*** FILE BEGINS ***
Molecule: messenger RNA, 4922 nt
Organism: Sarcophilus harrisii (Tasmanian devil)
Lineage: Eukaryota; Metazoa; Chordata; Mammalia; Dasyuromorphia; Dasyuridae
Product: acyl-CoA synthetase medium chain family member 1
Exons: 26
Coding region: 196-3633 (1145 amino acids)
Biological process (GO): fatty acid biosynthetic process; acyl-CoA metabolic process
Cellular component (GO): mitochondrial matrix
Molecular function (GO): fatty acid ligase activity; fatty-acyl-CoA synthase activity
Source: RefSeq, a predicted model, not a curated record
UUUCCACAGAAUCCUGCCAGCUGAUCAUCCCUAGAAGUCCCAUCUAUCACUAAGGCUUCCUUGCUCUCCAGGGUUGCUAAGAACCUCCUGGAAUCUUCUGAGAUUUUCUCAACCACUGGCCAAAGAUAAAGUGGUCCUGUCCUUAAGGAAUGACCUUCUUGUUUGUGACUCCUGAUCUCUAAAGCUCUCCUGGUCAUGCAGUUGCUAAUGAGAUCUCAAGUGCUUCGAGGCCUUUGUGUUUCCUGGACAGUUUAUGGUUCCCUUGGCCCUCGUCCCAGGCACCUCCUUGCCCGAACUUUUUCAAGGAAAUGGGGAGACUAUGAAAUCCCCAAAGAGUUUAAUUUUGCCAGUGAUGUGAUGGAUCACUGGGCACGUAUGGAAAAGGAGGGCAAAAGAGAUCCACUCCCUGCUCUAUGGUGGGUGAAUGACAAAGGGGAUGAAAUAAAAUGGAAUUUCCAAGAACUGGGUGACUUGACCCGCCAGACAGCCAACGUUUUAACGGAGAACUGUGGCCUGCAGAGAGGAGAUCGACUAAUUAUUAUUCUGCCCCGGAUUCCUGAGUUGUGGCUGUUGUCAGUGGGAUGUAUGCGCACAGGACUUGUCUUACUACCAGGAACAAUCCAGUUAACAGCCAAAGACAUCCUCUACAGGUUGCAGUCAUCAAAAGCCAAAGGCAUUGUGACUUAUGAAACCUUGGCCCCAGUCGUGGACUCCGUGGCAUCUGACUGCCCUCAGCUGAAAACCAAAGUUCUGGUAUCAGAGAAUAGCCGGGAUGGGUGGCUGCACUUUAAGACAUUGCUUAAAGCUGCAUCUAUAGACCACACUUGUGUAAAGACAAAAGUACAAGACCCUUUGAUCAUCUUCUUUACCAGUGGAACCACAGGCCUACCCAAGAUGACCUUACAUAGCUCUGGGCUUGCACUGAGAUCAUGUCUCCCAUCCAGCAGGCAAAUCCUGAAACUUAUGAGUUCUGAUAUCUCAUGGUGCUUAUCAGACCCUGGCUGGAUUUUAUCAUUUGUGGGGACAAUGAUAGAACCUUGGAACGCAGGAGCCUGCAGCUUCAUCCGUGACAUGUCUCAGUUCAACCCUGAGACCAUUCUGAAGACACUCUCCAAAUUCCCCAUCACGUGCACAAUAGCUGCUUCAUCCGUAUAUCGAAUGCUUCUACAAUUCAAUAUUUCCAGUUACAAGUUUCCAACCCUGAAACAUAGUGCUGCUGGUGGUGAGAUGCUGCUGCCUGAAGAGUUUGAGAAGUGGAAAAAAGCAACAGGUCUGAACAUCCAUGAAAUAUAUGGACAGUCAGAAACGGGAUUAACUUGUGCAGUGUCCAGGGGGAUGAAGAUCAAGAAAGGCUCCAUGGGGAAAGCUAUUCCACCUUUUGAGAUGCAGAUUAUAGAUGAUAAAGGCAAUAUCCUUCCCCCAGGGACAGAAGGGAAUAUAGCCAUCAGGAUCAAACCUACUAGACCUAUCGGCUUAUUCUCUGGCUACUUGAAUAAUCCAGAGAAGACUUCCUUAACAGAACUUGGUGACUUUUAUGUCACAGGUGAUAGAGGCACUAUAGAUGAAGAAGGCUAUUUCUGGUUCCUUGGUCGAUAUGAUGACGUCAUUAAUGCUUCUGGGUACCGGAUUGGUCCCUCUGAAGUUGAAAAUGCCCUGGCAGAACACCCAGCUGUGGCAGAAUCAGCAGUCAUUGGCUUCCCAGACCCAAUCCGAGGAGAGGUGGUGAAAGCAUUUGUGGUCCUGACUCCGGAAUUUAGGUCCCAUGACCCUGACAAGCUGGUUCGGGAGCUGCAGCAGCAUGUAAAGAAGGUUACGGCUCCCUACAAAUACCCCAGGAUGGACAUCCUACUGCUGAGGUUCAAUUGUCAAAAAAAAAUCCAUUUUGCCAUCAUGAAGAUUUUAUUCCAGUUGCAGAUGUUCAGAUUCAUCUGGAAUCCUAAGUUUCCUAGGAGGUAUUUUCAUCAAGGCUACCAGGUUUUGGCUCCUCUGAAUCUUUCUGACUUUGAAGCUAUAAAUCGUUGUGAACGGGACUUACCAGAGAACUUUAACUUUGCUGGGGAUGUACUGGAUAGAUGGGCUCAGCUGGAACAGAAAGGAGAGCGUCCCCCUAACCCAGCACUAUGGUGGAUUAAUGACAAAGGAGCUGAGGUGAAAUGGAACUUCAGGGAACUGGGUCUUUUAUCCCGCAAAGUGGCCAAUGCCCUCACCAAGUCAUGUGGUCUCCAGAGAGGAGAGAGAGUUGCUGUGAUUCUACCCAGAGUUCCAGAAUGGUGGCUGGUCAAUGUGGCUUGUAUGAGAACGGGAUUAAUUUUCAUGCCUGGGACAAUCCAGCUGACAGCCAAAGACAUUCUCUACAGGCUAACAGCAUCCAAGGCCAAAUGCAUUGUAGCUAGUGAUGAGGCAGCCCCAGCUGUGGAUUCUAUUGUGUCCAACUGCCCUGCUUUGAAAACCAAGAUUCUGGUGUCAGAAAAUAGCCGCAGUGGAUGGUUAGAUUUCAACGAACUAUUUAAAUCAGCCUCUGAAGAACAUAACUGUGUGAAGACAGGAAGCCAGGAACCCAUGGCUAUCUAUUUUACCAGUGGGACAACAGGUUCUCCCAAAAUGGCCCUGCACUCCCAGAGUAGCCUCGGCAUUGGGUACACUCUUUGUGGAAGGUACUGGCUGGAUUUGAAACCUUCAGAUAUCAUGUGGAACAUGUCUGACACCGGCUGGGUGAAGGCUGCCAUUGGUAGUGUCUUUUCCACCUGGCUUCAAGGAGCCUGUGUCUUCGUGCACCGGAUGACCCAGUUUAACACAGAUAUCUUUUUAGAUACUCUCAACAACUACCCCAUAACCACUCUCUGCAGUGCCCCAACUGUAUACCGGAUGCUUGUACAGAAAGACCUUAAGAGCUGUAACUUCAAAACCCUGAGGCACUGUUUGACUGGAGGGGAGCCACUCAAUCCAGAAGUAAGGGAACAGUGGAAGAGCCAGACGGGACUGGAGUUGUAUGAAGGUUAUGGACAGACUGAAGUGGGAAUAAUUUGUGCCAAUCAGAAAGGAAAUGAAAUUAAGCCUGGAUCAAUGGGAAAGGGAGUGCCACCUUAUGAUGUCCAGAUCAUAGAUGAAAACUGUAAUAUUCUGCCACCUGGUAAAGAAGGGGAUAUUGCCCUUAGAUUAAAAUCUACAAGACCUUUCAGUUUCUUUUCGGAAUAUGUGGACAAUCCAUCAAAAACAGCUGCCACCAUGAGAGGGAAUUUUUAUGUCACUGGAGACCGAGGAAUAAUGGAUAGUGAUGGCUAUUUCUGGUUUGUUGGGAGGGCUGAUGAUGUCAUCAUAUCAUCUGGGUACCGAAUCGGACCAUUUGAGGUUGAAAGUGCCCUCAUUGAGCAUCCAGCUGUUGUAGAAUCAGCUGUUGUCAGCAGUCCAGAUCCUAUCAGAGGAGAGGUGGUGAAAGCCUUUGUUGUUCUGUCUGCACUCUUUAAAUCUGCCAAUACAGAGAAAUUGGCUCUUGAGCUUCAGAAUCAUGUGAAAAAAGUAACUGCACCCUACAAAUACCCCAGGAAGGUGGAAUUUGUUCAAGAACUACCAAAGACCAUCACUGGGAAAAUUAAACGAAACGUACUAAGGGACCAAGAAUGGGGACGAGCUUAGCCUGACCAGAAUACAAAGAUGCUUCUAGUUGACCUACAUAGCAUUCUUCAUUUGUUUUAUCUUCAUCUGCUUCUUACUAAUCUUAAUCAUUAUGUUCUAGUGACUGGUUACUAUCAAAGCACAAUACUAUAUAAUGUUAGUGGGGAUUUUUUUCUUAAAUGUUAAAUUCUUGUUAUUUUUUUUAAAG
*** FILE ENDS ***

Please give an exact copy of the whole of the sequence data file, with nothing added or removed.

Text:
Molecule: messenger RNA, 4922 nt
Organism: Sarcophilus harrisii (Tasmanian devil)
Lineage: Eukaryota; Metazoa; Chordata; Mammalia; Dasyuromorphia; Dasyuridae
Product: acyl-CoA synthetase medium chain family member 1
Exons: 26
Coding region: 196-3633 (1145 amino acids)
Biological process (GO): fatty acid biosynthetic process; acyl-CoA metabolic process
Cellular component (GO): mitochondrial matrix
Molecular function (GO): fatty acid ligase activity; fatty-acyl-CoA synthase activity
Source: RefSeq, a predicted model, not a curated record
UUUCCACAGAAUCCUGCCAGCUGAUCAUCCCUAGAAGUCCCAUCUAUCACUAAGGCUUCCUUGCUCUCCAGGGUUGCUAAGAACCUCCUGGAAUCUUCUGAGAUUUUCUCAACCACUGGCCAAAGAUAAAGUGGUCCUGUCCUUAAGGAAUGACCUUCUUGUUUGUGACUCCUGAUCUCUAAAGCUCUCCUGGUCAUGCAGUUGCUAAUGAGAUCUCAAGUGCUUCGAGGCCUUUGUGUUUCCUGGACAGUUUAUGGUUCCCUUGGCCCUCGUCCCAGGCACCUCCUUGCCCGAACUUUUUCAAGGAAAUGGGGAGACUAUGAAAUCCCCAAAGAGUUUAAUUUUGCCAGUGAUGUGAUGGAUCACUGGGCACGUAUGGAAAAGGAGGGCAAAAGAGAUCCACUCCCUGCUCUAUGGUGGGUGAAUGACAAAGGGGAUGAAAUAAAAUGGAAUUUCCAAGAACUGGGUGACUUGACCCGCCAGACAGCCAACGUUUUAACGGAGAACUGUGGCCUGCAGAGAGGAGAUCGACUAAUUAUUAUUCUGCCCCGGAUUCCUGAGUUGUGGCUGUUGUCAGUGGGAUGUAUGCGCACAGGACUUGUCUUACUACCAGGAACAAUCCAGUUAACAGCCAAAGACAUCCUCUACAGGUUGCAGUCAUCAAAAGCCAAAGGCAUUGUGACUUAUGAAACCUUGGCCCCAGUCGUGGACUCCGUGGCAUCUGACUGCCCUCAGCUGAAAACCAAAGUUCUGGUAUCAGAGAAUAGCCGGGAUGGGUGGCUGCACUUUAAGACAUUGCUUAAAGCUGCAUCUAUAGACCACACUUGUGUAAAGACAAAAGUACAAGACCCUUUGAUCAUCUUCUUUACCAGUGGAACCACAGGCCUACCCAAGAUGACCUUACAUAGCUCUGGGCUUGCACUGAGAUCAUGUCUCCCAUCCAGCAGGCAAAUCCUGAAACUUAUGAGUUCUGAUAUCUCAUGGUGCUUAUCAGACCCUGGCUGGAUUUUAUCAUUUGUGGGGACAAUGAUAGAACCUUGGAACGCAGGAGCCUGCAGCUUCAUCCGUGACAUGUCUCAGUUCAACCCUGAGACCAUUCUGAAGACACUCUCCAAAUUCCCCAUCACGUGCACAAUAGCUGCUUCAUCCGUAUAUCGAAUGCUUCUACAAUUCAAUAUUUCCAGUUACAAGUUUCCAACCCUGAAACAUAGUGCUGCUGGUGGUGAGAUGCUGCUGCCUGAAGAGUUUGAGAAGUGGAAAAAAGCAACAGGUCUGAACAUCCAUGAAAUAUAUGGACAGUCAGAAACGGGAUUAACUUGUGCAGUGUCCAGGGGGAUGAAGAUCAAGAAAGGCUCCAUGGGGAAAGCUAUUCCACCUUUUGAGAUGCAGAUUAUAGAUGAUAAAGGCAAUAUCCUUCCCCCAGGGACAGAAGGGAAUAUAGCCAUCAGGAUCAAACCUACUAGACCUAUCGGCUUAUUCUCUGGCUACUUGAAUAAUCCAGAGAAGACUUCCUUAACAGAACUUGGUGACUUUUAUGUCACAGGUGAUAGAGGCACUAUAGAUGAAGAAGGCUAUUUCUGGUUCCUUGGUCGAUAUGAUGACGUCAUUAAUGCUUCUGGGUACCGGAUUGGUCCCUCUGAAGUUGAAAAUGCCCUGGCAGAACACCCAGCUGUGGCAGAAUCAGCAGUCAUUGGCUUCCCAGACCCAAUCCGAGGAGAGGUGGUGAAAGCAUUUGUGGUCCUGACUCCGGAAUUUAGGUCCCAUGACCCUGACAAGCUGGUUCGGGAGCUGCAGCAGCAUGUAAAGAAGGUUACGGCUCCCUACAAAUACCCCAGGAUGGACAUCCUACUGCUGAGGUUCAAUUGUCAAAAAAAAAUCCAUUUUGCCAUCAUGAAGAUUUUAUUCCAGUUGCAGAUGUUCAGAUUCAUCUGGAAUCCUAAGUUUCCUAGGAGGUAUUUUCAUCAAGGCUACCAGGUUUUGGCUCCUCUGAAUCUUUCUGACUUUGAAGCUAUAAAUCGUUGUGAACGGGACUUACCAGAGAACUUUAACUUUGCUGGGGAUGUACUGGAUAGAUGGGCUCAGCUGGAACAGAAAGGAGAGCGUCCCCCUAACCCAGCACUAUGGUGGAUUAAUGACAAAGGAGCUGAGGUGAAAUGGAACUUCAGGGAACUGGGUCUUUUAUCCCGCAAAGUGGCCAAUGCCCUCACCAAGUCAUGUGGUCUCCAGAGAGGAGAGAGAGUUGCUGUGAUUCUACCCAGAGUUCCAGAAUGGUGGCUGGUCAAUGUGGCUUGUAUGAGAACGGGAUUAAUUUUCAUGCCUGGGACAAUCCAGCUGACAGCCAAAGACAUUCUCUACAGGCUAACAGCAUCCAAGGCCAAAUGCAUUGUAGCUAGUGAUGAGGCAGCCCCAGCUGUGGAUUCUAUUGUGUCCAACUGCCCUGCUUUGAAAACCAAGAUUCUGGUGUCAGAAAAUAGCCGCAGUGGAUGGUUAGAUUUCAACGAACUAUUUAAAUCAGCCUCUGAAGAACAUAACUGUGUGAAGACAGGAAGCCAGGAACCCAUGGCUAUCUAUUUUACCAGUGGGACAACAGGUUCUCCCAAAAUGGCCCUGCACUCCCAGAGUAGCCUCGGCAUUGGGUACACUCUUUGUGGAAGGUACUGGCUGGAUUUGAAACCUUCAGAUAUCAUGUGGAACAUGUCUGACACCGGCUGGGUGAAGGCUGCCAUUGGUAGUGUCUUUUCCACCUGGCUUCAAGGAGCCUGUGUCUUCGUGCACCGGAUGACCCAGUUUAACACAGAUAUCUUUUUAGAUACUCUCAACAACUACCCCAUAACCACUCUCUGCAGUGCCCCAACUGUAUACCGGAUGCUUGUACAGAAAGACCUUAAGAGCUGUAACUUCAAAACCCUGAGGCACUGUUUGACUGGAGGGGAGCCACUCAAUCCAGAAGUAAGGGAACAGUGGAAGAGCCAGACGGGACUGGAGUUGUAUGAAGGUUAUGGACAGACUGAAGUGGGAAUAAUUUGUGCCAAUCAGAAAGGAAAUGAAAUUAAGCCUGGAUCAAUGGGAAAGGGAGUGCCACCUUAUGAUGUCCAGAUCAUAGAUGAAAACUGUAAUAUUCUGCCACCUGGUAAAGAAGGGGAUAUUGCCCUUAGAUUAAAAUCUACAAGACCUUUCAGUUUCUUUUCGGAAUAUGUGGACAAUCCAUCAAAAACAGCUGCCACCAUGAGAGGGAAUUUUUAUGUCACUGGAGACCGAGGAAUAAUGGAUAGUGAUGGCUAUUUCUGGUUUGUUGGGAGGGCUGAUGAUGUCAUCAUAUCAUCUGGGUACCGAAUCGGACCAUUUGAGGUUGAAAGUGCCCUCAUUGAGCAUCCAGCUGUUGUAGAAUCAGCUGUUGUCAGCAGUCCAGAUCCUAUCAGAGGAGAGGUGGUGAAAGCCUUUGUUGUUCUGUCUGCACUCUUUAAAUCUGCCAAUACAGAGAAAUUGGCUCUUGAGCUUCAGAAUCAUGUGAAAAAAGUAACUGCACCCUACAAAUACCCCAGGAAGGUGGAAUUUGUUCAAGAACUACCAAAGACCAUCACUGGGAAAAUUAAACGAAACGUACUAAGGGACCAAGAAUGGGGACGAGCUUAGCCUGACCAGAAUACAAAGAUGCUUCUAGUUGACCUACAUAGCAUUCUUCAUUUGUUUUAUCUUCAUCUGCUUCUUACUAAUCUUAAUCAUUAUGUUCUAGUGACUGGUUACUAUCAAAGCACAAUACUAUAUAAUGUUAGUGGGGAUUUUUUUCUUAAAUGUUAAAUUCUUGUUAUUUUUUUUAAAG